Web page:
UK-trained Afghan soldiers defect to Taliban amid new spring offensive
The Afghan National Army (ANA) had been the great hope for an indigenous-led security solution when UK combat operations ended in 2014 – a hope which has not materialized.
Local forces were also a key component of US and UK withdrawal strategy in that they supposedly offered, some felt, a route by which the occupying forces could train their way out of the quagmire.
However, with the Taliban now controlling large swathes of the country, including the symbolic town of Lashkar Gah in Helmand Province where more than 100 British troops died during the occupation, Afghans soldiers are swapping sides.
In an interview with CNN published on Tuesday, two deserters explained their rationale.
“I did 18 months of army training and took an oath to serve this country,” one man said.
“But the situation changed. The army let us down, so we had to come to the Taliban, who treat us like guests.”
The other said he decided to leave the army when nobody came to take away his dead and wounded comrades from their base in Helmand.
“My army training is very useful now, as I am training Taliban fighters with the same knowledge,” he added.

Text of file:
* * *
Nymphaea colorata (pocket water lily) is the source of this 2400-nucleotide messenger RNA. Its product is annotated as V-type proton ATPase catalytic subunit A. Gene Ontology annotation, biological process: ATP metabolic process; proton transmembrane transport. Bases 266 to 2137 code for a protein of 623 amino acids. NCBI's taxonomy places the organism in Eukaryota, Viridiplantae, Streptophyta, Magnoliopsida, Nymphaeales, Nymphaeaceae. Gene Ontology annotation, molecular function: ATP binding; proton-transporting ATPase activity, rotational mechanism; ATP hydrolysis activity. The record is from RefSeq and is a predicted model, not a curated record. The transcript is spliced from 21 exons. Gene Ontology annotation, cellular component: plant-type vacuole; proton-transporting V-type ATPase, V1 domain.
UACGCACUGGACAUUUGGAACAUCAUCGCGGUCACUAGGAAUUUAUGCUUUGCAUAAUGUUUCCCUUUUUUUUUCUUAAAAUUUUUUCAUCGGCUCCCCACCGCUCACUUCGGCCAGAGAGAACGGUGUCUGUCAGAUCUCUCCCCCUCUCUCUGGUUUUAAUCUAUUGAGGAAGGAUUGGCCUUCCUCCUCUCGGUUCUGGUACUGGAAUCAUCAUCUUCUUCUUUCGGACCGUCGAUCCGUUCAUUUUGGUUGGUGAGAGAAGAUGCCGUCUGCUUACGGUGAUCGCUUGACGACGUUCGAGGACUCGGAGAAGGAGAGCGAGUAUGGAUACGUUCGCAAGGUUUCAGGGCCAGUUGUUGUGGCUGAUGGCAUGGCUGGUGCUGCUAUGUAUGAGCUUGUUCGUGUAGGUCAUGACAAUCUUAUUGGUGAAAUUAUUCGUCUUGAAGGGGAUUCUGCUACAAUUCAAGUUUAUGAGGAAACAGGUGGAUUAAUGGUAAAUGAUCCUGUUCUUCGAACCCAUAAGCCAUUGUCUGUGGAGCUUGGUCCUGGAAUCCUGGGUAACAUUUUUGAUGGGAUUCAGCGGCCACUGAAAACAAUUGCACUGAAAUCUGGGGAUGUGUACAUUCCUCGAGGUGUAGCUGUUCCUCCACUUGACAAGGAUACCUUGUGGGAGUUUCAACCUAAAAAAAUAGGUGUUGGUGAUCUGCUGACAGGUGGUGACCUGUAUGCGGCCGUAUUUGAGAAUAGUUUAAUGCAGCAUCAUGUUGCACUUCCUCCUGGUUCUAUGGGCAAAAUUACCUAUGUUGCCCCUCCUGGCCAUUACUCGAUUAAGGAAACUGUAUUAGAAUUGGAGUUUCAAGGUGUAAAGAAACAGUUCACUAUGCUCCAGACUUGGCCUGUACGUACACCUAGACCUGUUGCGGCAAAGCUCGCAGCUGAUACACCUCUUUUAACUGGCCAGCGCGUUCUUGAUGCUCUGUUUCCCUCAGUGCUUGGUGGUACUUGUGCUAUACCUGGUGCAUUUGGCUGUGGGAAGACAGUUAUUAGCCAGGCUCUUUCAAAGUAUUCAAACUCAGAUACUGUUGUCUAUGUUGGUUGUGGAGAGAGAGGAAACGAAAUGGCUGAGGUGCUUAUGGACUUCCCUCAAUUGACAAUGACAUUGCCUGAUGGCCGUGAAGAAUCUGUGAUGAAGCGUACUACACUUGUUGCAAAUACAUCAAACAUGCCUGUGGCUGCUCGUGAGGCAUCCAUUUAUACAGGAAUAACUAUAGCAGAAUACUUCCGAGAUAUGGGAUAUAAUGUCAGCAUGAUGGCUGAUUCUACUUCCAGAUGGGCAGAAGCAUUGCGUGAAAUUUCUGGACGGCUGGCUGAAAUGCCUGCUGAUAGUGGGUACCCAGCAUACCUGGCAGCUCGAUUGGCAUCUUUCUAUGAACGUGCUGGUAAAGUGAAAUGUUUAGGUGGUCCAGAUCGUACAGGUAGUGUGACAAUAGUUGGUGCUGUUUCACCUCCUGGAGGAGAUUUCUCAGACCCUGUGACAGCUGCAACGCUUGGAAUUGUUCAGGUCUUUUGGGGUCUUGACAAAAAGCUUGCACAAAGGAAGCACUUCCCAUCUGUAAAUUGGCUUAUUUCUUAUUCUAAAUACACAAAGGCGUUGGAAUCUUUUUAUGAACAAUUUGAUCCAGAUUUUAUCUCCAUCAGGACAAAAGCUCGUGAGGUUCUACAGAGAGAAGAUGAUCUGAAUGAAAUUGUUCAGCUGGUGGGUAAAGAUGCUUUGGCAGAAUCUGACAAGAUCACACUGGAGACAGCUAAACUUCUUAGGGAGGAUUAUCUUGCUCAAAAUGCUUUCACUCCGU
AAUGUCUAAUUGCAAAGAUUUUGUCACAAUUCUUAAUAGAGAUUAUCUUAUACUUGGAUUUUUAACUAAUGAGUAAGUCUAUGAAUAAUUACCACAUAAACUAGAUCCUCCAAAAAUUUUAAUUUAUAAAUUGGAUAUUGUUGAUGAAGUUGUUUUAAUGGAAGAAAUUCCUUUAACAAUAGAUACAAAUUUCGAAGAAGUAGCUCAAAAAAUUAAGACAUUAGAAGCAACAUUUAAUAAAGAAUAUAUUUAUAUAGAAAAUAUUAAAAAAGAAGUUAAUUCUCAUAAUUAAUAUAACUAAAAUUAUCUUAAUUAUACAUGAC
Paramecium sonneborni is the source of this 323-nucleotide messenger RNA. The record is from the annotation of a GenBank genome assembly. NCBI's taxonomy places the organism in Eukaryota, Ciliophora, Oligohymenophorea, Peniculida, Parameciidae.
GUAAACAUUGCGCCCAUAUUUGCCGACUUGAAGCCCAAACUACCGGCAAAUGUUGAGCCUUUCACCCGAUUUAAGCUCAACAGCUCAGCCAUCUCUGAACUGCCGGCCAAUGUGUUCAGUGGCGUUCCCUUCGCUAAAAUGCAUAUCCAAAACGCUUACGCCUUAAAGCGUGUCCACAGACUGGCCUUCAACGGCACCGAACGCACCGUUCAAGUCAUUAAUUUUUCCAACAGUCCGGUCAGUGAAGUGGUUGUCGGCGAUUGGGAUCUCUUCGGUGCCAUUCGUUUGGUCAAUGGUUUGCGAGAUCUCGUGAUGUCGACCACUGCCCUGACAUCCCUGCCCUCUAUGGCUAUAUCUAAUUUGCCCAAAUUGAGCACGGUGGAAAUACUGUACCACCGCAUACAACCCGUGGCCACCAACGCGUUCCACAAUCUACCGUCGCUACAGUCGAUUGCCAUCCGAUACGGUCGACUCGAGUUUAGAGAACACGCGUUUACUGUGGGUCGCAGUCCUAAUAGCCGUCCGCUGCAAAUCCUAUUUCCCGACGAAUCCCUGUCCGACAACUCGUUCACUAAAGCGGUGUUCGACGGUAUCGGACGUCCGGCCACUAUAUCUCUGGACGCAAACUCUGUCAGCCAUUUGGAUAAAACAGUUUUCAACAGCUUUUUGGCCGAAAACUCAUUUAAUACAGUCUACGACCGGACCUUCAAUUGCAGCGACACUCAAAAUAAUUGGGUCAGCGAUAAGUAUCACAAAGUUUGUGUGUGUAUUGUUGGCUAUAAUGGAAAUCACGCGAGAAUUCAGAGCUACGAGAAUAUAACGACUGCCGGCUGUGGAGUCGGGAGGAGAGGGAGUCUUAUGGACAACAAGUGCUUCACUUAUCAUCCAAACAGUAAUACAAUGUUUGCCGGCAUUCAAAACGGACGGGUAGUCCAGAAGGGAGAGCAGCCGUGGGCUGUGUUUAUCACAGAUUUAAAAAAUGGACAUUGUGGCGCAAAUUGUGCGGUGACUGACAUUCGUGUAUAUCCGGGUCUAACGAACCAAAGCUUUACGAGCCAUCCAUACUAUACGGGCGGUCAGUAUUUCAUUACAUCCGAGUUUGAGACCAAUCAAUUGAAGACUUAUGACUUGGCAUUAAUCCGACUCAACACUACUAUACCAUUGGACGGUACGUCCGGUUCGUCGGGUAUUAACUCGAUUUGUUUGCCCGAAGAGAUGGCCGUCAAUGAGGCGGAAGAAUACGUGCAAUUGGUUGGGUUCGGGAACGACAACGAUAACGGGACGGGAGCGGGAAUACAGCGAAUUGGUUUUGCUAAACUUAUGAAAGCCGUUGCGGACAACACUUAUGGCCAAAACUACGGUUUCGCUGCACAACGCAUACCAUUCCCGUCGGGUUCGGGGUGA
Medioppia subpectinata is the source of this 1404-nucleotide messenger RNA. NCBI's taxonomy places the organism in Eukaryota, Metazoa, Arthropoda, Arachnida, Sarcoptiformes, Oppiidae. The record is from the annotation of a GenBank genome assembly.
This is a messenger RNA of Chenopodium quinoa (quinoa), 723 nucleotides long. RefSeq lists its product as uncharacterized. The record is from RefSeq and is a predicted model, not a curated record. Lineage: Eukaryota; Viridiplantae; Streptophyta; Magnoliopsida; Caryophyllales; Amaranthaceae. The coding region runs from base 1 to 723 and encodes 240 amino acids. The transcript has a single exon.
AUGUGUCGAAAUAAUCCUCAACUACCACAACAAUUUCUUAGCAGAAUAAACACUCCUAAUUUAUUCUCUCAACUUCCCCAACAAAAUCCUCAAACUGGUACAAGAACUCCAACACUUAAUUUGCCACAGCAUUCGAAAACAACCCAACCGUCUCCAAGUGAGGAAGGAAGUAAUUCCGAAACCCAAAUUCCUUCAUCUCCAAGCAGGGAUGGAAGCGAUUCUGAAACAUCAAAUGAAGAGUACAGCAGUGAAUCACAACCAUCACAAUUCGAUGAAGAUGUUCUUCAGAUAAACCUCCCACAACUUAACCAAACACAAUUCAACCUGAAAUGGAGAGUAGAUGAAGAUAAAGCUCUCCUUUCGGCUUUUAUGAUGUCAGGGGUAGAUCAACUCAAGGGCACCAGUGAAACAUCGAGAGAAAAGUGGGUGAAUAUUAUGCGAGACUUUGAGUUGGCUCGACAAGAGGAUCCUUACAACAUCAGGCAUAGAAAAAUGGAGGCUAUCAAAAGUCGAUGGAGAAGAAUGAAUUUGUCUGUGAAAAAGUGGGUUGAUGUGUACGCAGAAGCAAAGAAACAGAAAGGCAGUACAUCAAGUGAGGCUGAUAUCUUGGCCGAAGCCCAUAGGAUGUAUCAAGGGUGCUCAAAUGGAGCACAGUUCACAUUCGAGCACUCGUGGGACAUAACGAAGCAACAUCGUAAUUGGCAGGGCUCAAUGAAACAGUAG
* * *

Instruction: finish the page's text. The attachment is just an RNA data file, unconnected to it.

With the changing seasons, fighting in Afghanistan follows a regular pattern. The Taliban has called this year’s offensive Operation Omari, after its late spiritual leader Mullah Omar. The fundamental aim remains unchanged: forcing the withdrawal of all occupying forces.
“Jihad against the aggressive and usurping infidel army is a holy obligation upon our necks and our only recourse for re-establishing an Islamic system and regaining our independence,” it said in a statement published by the Guardian.
It promised suicide attacks and assassinations of high-ranking government officials, saying its aims are “to bog the enemy down in a war of attrition that lowers the morale of the foreign invaders and their internal armed militias.”
The Taliban was considered a spent and scattered force following the 2001 invasion, but has since grown in strength.
Some experts believe this was because the insurgent group was able to coalesce around bolstered troop numbers poured into the country in 2006. The operation effectively served to unify resistance.
Critics of the war cite the words of the commander of British Special Forces unit 22 SAS, who, after patrolling the region in late 2005 ahead of a proposed escalation, told the UK government: “There isn’t an insurgency in Helmand. But we can give you one.”